It’s gardeners and farmers gone wild at the annual National Heirloom Expo, held Sept. 11-13 at the Sonoma County Fairgrounds. With hundreds of exhibits, speakers and the annual squash tower this gathering of soil nerds, seed savers, beekeepers, no-tillers and food activists returns to Santa Rosa for the eighth year.

What we love about this gathering are the passionate speakers, exhibitors and vendors who find kinship in this earth-forward, future-thinking, inclusionary event that looks to our agricultural past to create a road toward a more sustainable tomorrow.

 

For example, the potential dangers of herbicides like Monsanto’s Roundup and wide use of genetically modified crops have been at the forefront of the Expo’s agenda for years, with speakers warning strongly against the unknown (or unreported) longterm hazards for humans and the planet. With the recent landmark case that awarded $289 million to a groundskeeper to alleged that the weedkiller resulted in his terminal cancer diagnosis, more and more Americans are taking notice. Recently Santa Rosa banned the use of Roundup in city parks. A discussion on Sept. 12 at 7-.m. by consumer activist and author Jeffrey Smith will focus on “How to Heal from GMOs and Roundup”.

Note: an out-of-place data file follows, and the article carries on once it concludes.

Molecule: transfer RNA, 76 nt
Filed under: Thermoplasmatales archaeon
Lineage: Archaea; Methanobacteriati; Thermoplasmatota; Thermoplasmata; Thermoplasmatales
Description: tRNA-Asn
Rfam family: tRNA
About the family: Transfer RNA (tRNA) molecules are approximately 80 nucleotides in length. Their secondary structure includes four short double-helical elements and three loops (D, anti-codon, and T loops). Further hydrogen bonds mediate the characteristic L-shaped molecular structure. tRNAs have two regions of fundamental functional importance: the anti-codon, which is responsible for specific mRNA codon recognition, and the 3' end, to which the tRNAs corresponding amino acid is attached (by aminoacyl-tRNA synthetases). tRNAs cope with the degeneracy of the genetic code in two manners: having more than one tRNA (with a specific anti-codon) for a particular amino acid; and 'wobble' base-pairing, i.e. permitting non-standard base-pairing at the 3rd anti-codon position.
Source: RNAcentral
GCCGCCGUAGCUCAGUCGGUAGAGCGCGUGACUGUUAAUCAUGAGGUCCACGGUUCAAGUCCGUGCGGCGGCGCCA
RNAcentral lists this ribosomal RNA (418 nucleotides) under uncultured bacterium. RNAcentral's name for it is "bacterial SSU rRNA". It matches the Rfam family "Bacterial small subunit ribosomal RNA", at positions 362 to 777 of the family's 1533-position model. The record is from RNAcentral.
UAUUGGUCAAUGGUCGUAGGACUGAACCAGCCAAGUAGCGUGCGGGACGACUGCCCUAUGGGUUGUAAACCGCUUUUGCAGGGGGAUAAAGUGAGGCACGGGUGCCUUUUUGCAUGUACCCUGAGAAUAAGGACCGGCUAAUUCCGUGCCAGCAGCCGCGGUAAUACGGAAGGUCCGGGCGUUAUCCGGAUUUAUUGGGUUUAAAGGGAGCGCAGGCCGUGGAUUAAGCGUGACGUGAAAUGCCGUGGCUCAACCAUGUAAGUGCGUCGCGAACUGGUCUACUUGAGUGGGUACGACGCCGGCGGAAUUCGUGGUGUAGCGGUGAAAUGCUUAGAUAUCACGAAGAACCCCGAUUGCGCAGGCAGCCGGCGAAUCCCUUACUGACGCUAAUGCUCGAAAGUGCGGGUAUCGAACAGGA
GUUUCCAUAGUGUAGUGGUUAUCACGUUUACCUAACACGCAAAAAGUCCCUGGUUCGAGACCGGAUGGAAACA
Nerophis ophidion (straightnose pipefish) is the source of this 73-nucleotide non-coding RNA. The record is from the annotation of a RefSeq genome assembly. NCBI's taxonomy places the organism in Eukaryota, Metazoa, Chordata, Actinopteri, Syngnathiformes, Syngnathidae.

Other discussions include Doug and Stacy, Midwestern YouTubers who live on an 11-acre  off-grid compound; Vanessa Harden on how a group of individuals secretly plan flowers, shrubs and veggies in neglected urban spaces; eating a plant-based diet with local nutritionist and Veggie Queen Jill Nussinow along with talks on raising poultry, permaculture and seed-saving.

On Thursday evening, compost connoisseur Jeff Lowenfels will talk about worm poop — aka worm castings — and why every gardener should have some, also explaining the soil food web and how to create have a healthy relationship with fungi. Watch a few of his YouTube videos about what may be the world’s most unsexy subject and you’ll get that he’s truly a, ahem, fungi fun guy.

There’s an entire Kids’ Pavillon with plenty of fun activities for your burgeoning young green thumbs and a demo marketplace helping raise money for local school gardens. Plus, 4,000 varieties of heirloom vegetables, giant pumpkins, a dahlia flower show, fruit carving, globally inspired cuisine, live music, and seed swapping.

All this wholesome, family-friendly fun is $15 for a one day pass and $30 for a three-day pass. Children are free. Details at heirloomexpo.com.